Chemical Bonding Definition
Chemical Bonding refers to the formation of a chemical bond between two or more atoms, molecules, or ions to give rise to a chemical compound.
The attractive force which holds various constituents (atoms, ions, etc.) together in different chemical species is called a chemical bond.
- Octet rule
- Formal charge
- Ionic bond
- Lattice enthalpy
- Covalent bond
- VSEPR Theory
- Fajans’ Rule
- VBT Theory
- Hybridization in chemical bonding : sp, sp2, sp3, sp3d, sp3d2 and sp3d3: their geometry and molecular structure.
- Atoms form chemical bonds in order to complete their octet i.e. eight electrons in their valence shell.
- Electrons present in the last shell of atoms are called valence electrons.
Exceptions to the Octet Rule:
- Incomplete octet for the central atom: LiCl, BeH2 and BCl3
- Species with odd number of electrons:NO2,NO
- The Expanded octet for the central atom: PF5, SF6 and H2SO4
- Difference between the number of valence electrons of that atom in an isolated or free state and the number of electrons assigned to that atom in the Lewis structure.
- Formal charge = [Total number of valence electrons in the free atom ) – (Total number of lone pairs of electrons) -1/2(Total number of shared electrons i.e. bonding electrons)]
- Bond formed by transfer of electron
- Between metal and non-metal
The energy required to completely separate one mole of a solid ionic compound into gaseous constituent ions.
- Bond formed by sharing of electron pair
THE VALENCE SHELL ELECTRON PAIR REPULSION (VSEPR) THEORY:
- VSEPR Theory is very important for chemical bonding (in terms of exams as well).
- The shape of a molecule depends upon the number of valence shell electron pairs (bonded or non-bonded) around the central atom.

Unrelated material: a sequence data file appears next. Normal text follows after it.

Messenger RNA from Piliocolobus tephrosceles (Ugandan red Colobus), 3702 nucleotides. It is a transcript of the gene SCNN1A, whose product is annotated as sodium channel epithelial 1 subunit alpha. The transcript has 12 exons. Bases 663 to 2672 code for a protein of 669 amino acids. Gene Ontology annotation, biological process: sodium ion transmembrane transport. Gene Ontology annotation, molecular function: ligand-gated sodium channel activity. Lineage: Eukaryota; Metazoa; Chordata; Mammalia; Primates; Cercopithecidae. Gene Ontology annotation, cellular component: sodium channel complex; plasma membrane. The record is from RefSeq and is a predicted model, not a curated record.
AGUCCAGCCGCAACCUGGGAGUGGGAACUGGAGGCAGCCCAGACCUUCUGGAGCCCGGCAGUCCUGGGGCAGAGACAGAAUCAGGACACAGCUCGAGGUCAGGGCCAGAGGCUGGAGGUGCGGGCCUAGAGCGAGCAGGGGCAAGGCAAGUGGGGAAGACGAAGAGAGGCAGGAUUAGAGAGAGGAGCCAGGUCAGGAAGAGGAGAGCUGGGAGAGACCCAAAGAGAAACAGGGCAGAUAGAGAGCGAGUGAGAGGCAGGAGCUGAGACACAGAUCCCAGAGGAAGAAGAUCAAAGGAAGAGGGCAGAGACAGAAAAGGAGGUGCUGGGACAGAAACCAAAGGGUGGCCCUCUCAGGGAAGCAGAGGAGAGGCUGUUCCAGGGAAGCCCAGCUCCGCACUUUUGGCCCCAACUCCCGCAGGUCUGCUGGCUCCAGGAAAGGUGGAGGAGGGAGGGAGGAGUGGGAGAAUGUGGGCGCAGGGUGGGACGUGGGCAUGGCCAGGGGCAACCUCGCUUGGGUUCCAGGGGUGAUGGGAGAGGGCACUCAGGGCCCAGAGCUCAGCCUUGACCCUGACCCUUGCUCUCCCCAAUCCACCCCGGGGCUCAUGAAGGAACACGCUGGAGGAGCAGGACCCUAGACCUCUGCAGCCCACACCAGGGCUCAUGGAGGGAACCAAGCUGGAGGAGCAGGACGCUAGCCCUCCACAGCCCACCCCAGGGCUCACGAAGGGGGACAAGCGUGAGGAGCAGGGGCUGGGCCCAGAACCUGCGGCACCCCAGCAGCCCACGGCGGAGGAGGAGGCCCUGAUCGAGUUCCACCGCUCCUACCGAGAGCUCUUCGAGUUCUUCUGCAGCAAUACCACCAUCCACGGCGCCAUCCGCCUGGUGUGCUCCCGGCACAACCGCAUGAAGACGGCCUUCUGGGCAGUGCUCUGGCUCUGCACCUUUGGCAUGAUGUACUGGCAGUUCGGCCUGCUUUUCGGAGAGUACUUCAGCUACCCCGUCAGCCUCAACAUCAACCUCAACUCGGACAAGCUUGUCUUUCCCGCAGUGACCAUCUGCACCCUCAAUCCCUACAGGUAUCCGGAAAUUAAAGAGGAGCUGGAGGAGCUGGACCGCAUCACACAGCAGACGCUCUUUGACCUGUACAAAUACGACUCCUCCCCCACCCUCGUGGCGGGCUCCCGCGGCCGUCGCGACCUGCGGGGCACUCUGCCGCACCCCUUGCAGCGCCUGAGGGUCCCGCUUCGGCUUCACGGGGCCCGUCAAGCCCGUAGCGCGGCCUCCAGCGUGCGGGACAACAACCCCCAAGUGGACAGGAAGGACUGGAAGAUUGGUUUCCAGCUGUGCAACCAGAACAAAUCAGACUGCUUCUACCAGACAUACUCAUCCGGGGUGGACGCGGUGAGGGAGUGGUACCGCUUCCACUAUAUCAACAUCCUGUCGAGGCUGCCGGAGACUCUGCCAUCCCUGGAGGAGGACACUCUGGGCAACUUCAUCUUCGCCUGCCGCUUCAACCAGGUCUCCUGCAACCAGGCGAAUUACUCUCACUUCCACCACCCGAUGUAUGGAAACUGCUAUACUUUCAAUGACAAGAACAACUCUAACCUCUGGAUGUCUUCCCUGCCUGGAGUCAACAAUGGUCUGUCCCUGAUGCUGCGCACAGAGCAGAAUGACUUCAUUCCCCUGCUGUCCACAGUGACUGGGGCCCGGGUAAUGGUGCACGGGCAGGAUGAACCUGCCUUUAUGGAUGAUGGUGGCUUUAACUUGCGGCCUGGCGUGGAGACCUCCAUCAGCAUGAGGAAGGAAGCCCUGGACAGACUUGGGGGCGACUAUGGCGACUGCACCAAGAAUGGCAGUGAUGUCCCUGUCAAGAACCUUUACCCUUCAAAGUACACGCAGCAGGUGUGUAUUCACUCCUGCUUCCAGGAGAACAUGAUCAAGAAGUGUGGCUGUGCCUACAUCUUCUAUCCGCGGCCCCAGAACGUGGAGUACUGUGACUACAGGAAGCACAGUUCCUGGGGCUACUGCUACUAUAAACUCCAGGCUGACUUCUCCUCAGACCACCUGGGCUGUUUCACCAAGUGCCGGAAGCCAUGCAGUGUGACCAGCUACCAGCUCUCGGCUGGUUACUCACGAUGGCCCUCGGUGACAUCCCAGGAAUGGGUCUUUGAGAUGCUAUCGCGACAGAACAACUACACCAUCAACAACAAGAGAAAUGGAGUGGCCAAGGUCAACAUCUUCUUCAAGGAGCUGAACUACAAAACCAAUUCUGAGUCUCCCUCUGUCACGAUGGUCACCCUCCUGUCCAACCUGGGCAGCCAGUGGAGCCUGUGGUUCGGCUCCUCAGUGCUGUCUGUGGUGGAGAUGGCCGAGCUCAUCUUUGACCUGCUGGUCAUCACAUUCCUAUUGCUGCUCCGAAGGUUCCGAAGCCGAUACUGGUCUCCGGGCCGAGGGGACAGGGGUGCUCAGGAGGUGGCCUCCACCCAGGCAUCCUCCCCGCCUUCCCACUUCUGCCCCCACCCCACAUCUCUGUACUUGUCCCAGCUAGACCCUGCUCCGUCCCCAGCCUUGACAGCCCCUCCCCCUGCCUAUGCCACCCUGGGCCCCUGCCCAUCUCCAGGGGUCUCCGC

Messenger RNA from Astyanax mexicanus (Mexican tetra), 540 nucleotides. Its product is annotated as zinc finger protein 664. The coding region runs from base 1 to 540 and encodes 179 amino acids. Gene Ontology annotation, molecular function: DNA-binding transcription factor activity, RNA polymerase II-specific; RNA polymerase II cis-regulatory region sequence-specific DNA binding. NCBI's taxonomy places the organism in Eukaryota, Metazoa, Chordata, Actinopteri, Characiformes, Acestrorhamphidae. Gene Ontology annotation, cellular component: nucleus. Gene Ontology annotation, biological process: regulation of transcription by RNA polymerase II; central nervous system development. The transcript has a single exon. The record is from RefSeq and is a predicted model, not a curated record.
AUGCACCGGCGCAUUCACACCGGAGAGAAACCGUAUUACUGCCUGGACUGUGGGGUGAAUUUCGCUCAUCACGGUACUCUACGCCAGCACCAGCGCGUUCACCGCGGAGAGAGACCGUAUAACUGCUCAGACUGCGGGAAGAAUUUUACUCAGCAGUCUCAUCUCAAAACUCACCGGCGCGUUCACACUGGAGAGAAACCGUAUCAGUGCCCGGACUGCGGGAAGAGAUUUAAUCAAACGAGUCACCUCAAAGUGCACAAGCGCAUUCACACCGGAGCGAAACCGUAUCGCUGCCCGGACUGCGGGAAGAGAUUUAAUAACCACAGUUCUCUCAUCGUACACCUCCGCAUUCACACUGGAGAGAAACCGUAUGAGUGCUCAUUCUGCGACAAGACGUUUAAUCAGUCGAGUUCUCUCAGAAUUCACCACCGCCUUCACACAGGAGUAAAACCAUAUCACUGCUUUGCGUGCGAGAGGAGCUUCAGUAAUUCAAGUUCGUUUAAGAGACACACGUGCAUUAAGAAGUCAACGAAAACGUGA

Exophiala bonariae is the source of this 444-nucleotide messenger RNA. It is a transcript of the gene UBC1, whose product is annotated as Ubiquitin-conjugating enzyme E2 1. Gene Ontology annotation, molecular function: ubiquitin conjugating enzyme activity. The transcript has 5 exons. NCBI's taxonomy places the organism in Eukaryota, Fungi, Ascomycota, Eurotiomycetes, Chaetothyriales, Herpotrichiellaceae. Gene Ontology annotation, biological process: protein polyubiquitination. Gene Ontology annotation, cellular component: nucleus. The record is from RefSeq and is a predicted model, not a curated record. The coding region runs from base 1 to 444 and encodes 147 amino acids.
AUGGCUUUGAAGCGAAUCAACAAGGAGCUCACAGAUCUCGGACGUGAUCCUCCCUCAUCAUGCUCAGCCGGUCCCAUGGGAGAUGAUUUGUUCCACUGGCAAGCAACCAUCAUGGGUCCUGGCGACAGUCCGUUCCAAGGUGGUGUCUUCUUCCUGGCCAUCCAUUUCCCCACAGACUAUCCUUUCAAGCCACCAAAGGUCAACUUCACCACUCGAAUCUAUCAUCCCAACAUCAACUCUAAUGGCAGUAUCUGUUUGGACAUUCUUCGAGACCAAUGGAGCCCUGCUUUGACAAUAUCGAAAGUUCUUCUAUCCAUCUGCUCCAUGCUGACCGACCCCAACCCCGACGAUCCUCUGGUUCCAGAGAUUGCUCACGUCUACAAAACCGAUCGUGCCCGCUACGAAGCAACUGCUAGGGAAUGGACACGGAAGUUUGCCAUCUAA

- Pairs of electrons in the valence shell repel one another since their electron clouds are negatively charged.
- These pairs of electrons tend to occupy such positions in space that minimise repulsion and thus maximise distance between them.
- The valence shell is taken as a sphere with the electron pairs localising on the spherical surface at maximum distance from one another.
- A multiple bond is treated as if it is a single electron pair. And two or three electron pairs of a multiple bond are treated as a single super pair.
- Where two or more resonance structures can represent a molecule, the VSEPR model is applicable to any such structure
The repulsive interaction of electron pairs decrease in the order:
Lone pair (lp) – Lone pair (lp) > Lone pair (lp) – Bond pair (bp) > Bond pair (bp) – Bond pair (bp)
- It accounts for the covalent character in ionic compounds.
- The difference between the number of valence electrons in an isolated atom and number of electrons assigned to that atoms in Lewis structure.
Valence bond theory (VBT) of Chemical Bonding
- A covalent bond is formed by overlapping of valence shell atomic orbital of the two atoms having unpaired electron.
- Greater the overlapping of atomic orbital higher is the strength of chemical bond.
Types of bonds: